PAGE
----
In the world premiere of their Misaq-E-Ishq show at Aga Khan Museum, Ali Sethi, Noah Georgeson and Ali Asani showed the spiritual depth of Sufi love songs
MISAQ-E-ISHQ featuring ALI SETHI, NOAH GEORGESON and ALI ASANI at Aga Khan Museum, Sunday, August 19. Rating: NNN
The Misaq-E-Ishq performance started late, but I didn’t mind. It gave me time to learn about my seat partner’s love for poetry – which started suddenly after reading an Elizabeth Barrett Browning poem in university, and had consumed her – and the afflictions of her heart.
I won’t name her suffice it to say that she’s young, moved to Toronto from India four years ago by herself, lives and works downtown, has been on several disastrous dates, and is clearly “in like” with a man who doesn’t want to commit to a relationship. In short, the perfect audience member for this show, even though she did not know who the performers were. She was just there for the poetry – alone.
The majority of the audience had come to see Ali Sethi, a young Pakistani singer who has written a book, The Wish Maker, and contributed to publications like the New York Times and the New Yorker. He was joined onstage with Grammy-award winning musician Noah Georgeson, recently famous for composing the title music for the hit Netflix show Narcos. Dr. Ali Asani, professor of Indo-Muslim and Islamic Religion and Cultures at Harvard University, rounded out the trio.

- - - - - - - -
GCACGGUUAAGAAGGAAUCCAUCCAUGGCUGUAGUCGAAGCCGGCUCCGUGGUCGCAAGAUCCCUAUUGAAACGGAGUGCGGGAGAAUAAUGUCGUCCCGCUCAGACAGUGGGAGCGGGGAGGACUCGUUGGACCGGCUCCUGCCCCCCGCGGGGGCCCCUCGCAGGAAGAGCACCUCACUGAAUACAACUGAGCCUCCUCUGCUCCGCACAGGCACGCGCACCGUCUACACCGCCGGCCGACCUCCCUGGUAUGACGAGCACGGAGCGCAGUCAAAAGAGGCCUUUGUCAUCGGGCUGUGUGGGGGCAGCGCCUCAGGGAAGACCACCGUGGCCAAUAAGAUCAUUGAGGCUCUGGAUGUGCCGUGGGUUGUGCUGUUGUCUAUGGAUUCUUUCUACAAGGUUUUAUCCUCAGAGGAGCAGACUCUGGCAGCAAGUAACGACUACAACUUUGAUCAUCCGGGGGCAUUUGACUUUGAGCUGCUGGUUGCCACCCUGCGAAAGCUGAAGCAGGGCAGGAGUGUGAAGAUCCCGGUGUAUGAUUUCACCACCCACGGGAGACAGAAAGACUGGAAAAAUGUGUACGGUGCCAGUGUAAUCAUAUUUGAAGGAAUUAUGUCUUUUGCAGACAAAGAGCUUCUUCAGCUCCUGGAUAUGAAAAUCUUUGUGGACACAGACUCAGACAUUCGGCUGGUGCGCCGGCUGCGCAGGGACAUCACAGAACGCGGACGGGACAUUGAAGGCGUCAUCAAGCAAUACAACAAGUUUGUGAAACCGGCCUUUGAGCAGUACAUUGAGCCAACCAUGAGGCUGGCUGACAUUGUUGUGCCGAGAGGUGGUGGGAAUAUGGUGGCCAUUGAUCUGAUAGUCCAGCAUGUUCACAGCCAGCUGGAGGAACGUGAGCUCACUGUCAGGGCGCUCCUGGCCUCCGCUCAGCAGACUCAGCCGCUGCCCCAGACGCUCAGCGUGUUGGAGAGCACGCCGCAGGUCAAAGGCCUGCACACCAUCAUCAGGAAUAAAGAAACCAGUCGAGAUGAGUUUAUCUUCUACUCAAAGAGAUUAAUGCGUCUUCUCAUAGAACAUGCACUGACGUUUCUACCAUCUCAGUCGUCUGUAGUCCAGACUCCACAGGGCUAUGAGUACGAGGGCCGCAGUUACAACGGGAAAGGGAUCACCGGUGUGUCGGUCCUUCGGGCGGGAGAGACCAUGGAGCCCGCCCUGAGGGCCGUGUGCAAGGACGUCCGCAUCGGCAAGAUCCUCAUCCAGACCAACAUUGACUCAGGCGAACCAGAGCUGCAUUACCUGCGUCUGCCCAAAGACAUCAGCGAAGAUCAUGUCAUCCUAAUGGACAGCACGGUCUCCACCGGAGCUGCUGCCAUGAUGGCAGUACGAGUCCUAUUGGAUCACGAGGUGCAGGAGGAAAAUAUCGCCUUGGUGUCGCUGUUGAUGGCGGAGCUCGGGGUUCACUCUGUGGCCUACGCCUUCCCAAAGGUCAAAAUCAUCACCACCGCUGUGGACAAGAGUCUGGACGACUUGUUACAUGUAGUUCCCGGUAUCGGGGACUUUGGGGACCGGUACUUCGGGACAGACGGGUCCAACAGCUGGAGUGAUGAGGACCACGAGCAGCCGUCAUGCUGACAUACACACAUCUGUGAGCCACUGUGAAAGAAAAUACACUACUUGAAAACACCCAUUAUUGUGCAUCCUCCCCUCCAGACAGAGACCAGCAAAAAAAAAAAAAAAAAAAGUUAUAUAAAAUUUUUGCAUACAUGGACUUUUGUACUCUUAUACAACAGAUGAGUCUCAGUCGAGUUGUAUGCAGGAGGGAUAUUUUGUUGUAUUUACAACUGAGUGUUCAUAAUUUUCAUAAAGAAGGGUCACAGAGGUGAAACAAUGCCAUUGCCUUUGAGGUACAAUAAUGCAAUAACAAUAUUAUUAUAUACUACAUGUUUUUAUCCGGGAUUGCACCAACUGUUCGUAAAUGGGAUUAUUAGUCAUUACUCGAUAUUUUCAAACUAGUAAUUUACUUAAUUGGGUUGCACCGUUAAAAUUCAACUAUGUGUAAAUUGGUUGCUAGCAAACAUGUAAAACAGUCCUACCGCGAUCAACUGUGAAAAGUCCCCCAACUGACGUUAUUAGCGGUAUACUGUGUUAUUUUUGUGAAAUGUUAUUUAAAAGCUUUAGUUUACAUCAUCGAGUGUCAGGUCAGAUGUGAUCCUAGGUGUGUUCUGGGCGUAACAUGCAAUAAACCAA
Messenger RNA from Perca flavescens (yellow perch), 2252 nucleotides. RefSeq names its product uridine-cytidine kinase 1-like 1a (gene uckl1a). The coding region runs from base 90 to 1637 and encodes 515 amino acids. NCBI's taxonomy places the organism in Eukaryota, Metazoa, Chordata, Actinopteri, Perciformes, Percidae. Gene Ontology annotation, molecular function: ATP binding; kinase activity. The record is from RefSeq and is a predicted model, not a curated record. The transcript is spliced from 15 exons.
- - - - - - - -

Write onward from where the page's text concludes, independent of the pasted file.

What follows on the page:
Their performance was described as a world premiere of a concept that Sethi, Georgeson and Asani have been playing around with since January 2017, when the first iteration of this idea was performed in Lahore, Pakistan. Turns out that Sethi was once a student of Asani at Harvard, and it was in Asani’s classes that he discovered a deeper meaning to the love songs that he had grown up listening to merely as entertainment.
At a time when “political Islam or loud Islam, as I like to call it, is taking up all the space in the media – and that’s what people are focusing on: this minority of people who claim to represent Islam – we want to give voice to the Islam of the majority, who have a spiritual relation to Islam, and which can be seen in these songs,” said Asani in a phone interview the day after the show.
The performance is a primer for those who don’t know the history of the Sufi tradition in South Asia, which professes a more mystical approach to Islam.
After Sethi introduced the group onstage, which included two local performers – Mehul Joshi on tabla and dholak, and Asad Khan on harmonium – Asani began with his explanations.
At a time when “political Islam or loud Islam is taking up all the space in the media, we want to give voice to the Islam of the majority, who have a spiritual relation to Islam,” says professor Ali Asani.
Tracing the lives of mystic poets such as Moinuddin Chishti, Amir Khusrow, Shams Sabzwari, Siraj Aurangabadi, Faiz Ahmed Faiz and the tradition of Lal Shahbaz Qalandar, Asani gave brief introductions to famous poems like Khwaja Mere Khwaja, Ghoom Charakhra and Mujhse Pehli Si Muhabbat. Asani explained that many Sufi poets approached divine love through imageries of romantic love, using metaphors such as reunion with a beloved, obsession with a lover or the Hindu idea of darshan (to see and be seen by God), that these songs reflected a syncretism of thoughts and traditions.